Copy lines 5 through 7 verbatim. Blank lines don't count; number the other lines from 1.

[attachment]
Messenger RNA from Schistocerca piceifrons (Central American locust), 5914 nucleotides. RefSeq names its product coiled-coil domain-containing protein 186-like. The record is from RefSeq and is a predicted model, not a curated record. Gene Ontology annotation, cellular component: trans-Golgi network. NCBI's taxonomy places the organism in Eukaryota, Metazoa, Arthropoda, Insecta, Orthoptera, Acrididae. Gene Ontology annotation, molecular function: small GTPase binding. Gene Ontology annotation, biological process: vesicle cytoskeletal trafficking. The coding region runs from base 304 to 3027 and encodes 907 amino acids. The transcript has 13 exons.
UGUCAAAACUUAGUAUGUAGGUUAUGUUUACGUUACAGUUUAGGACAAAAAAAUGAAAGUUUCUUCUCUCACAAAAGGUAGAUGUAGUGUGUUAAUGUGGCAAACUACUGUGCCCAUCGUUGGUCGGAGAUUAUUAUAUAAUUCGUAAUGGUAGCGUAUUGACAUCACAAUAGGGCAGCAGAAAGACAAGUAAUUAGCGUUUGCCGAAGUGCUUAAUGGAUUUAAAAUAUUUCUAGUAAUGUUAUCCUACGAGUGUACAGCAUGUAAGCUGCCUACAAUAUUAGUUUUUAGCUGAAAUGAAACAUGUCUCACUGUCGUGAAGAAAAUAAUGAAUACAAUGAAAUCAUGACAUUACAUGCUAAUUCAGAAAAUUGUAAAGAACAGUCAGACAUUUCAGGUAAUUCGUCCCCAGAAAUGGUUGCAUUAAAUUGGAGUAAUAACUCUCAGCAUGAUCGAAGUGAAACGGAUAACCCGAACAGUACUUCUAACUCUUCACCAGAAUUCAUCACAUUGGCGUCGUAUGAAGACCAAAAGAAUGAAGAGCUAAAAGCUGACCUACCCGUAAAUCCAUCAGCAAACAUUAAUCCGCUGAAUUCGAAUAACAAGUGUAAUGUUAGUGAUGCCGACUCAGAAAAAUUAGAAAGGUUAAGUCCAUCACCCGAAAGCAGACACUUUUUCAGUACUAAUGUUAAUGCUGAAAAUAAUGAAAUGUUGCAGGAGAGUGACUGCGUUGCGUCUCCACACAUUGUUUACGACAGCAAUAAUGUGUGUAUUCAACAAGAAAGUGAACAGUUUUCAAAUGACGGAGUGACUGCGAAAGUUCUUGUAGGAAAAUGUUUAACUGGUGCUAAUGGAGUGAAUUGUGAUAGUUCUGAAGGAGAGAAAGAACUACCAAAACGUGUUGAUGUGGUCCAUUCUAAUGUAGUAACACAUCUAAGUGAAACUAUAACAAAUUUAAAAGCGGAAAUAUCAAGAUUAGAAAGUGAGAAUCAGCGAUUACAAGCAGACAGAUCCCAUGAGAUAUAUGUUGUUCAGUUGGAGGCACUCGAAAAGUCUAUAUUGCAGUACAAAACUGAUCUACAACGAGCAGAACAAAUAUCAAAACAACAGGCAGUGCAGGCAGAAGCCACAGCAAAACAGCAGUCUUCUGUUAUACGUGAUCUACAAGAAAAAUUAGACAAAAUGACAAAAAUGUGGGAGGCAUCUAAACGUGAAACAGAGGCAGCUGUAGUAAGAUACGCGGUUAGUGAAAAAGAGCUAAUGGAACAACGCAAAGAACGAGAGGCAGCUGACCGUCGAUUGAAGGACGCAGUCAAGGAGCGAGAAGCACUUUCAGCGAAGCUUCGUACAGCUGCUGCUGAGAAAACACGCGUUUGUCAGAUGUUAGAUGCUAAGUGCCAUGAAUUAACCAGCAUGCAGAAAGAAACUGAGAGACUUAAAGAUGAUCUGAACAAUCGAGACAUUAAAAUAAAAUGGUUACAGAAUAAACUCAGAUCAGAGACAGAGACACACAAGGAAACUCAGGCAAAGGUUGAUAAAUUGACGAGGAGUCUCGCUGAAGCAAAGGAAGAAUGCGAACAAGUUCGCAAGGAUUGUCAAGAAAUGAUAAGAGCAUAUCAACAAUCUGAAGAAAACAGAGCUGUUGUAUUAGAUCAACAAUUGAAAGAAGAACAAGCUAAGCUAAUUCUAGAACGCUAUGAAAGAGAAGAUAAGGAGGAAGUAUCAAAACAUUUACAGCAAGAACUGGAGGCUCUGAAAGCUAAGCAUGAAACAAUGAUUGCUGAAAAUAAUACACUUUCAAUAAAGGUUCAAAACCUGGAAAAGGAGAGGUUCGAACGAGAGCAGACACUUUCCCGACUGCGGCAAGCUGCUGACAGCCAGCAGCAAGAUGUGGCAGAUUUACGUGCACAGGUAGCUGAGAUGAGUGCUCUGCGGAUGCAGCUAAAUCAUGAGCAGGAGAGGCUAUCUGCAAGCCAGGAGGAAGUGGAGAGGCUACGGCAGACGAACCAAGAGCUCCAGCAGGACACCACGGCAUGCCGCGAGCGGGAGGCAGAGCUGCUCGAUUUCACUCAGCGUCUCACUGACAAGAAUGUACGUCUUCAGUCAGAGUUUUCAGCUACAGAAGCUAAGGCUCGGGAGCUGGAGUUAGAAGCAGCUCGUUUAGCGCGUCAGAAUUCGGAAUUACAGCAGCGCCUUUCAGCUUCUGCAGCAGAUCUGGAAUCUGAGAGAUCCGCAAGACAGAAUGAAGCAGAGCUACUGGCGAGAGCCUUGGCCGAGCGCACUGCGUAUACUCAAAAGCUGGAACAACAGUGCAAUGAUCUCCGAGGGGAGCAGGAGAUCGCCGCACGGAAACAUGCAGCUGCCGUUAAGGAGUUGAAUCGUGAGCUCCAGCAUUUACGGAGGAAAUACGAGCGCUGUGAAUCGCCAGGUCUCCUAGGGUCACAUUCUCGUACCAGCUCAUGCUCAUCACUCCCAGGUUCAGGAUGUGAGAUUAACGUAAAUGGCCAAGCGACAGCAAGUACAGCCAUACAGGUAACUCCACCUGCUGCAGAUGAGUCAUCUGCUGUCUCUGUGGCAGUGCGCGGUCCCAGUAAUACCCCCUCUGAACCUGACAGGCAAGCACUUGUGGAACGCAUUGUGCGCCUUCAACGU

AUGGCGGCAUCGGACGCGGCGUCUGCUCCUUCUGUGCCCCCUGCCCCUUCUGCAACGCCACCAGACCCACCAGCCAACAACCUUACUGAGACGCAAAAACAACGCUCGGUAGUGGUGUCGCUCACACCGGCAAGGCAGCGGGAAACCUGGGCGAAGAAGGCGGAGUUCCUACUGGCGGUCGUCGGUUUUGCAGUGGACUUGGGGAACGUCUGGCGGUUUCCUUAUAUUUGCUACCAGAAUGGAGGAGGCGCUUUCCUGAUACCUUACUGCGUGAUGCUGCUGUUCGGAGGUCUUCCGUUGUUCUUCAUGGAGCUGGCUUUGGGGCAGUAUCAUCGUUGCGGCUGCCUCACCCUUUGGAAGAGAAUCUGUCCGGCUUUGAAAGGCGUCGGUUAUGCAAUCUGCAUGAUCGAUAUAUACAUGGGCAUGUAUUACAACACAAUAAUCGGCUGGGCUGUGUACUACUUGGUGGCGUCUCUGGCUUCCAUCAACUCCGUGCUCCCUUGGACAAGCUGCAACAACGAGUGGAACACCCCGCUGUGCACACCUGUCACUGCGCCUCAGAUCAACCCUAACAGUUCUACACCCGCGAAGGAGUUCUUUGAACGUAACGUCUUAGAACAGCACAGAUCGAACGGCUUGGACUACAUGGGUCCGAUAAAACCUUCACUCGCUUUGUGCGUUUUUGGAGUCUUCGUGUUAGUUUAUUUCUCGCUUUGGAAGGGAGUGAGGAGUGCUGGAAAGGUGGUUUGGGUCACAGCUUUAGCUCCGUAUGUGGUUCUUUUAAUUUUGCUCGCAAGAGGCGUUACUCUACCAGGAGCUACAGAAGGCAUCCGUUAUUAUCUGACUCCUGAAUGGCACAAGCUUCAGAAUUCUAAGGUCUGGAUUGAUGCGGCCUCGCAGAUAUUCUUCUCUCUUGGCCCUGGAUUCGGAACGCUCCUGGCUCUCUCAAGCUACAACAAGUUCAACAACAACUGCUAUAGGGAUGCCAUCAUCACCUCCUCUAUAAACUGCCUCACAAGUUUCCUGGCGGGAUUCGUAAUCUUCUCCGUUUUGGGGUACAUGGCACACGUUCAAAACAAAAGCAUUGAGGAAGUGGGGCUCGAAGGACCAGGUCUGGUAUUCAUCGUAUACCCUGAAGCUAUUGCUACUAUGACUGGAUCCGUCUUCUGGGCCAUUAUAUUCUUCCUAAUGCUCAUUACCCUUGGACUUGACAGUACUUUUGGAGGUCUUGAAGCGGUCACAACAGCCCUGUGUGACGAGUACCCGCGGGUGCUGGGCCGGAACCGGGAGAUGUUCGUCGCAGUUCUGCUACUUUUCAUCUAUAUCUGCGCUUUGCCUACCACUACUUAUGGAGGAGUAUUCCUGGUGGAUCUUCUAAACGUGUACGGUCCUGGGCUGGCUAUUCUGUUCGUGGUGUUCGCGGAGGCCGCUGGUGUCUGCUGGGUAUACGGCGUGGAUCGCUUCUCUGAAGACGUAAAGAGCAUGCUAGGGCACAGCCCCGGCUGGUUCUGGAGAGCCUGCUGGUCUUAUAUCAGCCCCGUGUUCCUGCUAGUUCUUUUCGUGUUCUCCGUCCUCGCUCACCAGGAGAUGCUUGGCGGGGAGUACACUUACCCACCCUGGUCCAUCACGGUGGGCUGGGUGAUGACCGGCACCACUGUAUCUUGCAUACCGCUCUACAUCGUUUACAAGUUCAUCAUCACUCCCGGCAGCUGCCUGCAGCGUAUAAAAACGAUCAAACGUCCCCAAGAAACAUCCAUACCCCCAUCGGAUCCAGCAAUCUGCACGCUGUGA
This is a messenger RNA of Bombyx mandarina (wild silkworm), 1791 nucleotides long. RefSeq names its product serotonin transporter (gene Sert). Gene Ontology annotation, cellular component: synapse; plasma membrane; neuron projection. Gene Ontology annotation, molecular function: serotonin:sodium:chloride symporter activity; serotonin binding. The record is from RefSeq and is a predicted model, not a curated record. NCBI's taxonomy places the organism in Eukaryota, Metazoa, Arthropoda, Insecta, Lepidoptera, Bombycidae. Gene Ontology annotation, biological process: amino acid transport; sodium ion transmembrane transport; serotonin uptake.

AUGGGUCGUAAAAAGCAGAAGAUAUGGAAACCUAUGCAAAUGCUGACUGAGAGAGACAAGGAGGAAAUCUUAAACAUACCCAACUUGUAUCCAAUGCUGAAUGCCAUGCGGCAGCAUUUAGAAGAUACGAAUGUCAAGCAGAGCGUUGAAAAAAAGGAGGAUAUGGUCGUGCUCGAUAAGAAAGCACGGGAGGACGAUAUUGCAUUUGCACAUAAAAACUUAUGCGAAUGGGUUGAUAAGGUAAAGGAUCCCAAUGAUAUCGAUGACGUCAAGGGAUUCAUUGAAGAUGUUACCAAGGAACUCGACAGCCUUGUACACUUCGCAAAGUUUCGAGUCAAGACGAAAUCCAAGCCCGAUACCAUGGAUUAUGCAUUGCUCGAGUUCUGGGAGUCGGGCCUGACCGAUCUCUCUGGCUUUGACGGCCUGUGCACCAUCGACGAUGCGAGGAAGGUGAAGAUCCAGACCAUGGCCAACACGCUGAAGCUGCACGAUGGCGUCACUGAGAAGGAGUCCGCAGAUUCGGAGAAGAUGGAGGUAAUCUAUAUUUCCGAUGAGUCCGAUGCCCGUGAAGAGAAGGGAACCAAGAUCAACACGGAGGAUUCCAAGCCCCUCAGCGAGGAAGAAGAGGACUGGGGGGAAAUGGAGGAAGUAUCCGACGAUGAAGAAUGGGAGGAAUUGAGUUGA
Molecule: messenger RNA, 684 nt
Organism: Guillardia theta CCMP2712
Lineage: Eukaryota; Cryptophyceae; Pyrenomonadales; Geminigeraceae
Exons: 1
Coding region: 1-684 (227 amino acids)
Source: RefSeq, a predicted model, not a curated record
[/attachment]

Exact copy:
AUGGGUCGUAAAAAGCAGAAGAUAUGGAAACCUAUGCAAAUGCUGACUGAGAGAGACAAGGAGGAAAUCUUAAACAUACCCAACUUGUAUCCAAUGCUGAAUGCCAUGCGGCAGCAUUUAGAAGAUACGAAUGUCAAGCAGAGCGUUGAAAAAAAGGAGGAUAUGGUCGUGCUCGAUAAGAAAGCACGGGAGGACGAUAUUGCAUUUGCACAUAAAAACUUAUGCGAAUGGGUUGAUAAGGUAAAGGAUCCCAAUGAUAUCGAUGACGUCAAGGGAUUCAUUGAAGAUGUUACCAAGGAACUCGACAGCCUUGUACACUUCGCAAAGUUUCGAGUCAAGACGAAAUCCAAGCCCGAUACCAUGGAUUAUGCAUUGCUCGAGUUCUGGGAGUCGGGCCUGACCGAUCUCUCUGGCUUUGACGGCCUGUGCACCAUCGACGAUGCGAGGAAGGUGAAGAUCCAGACCAUGGCCAACACGCUGAAGCUGCACGAUGGCGUCACUGAGAAGGAGUCCGCAGAUUCGGAGAAGAUGGAGGUAAUCUAUAUUUCCGAUGAGUCCGAUGCCCGUGAAGAGAAGGGAACCAAGAUCAACACGGAGGAUUCCAAGCCCCUCAGCGAGGAAGAAGAGGACUGGGGGGAAAUGGAGGAAGUAUCCGACGAUGAAGAAUGGGAGGAAUUGAGUUGA
Molecule: messenger RNA, 684 nt
Organism: Guillardia theta CCMP2712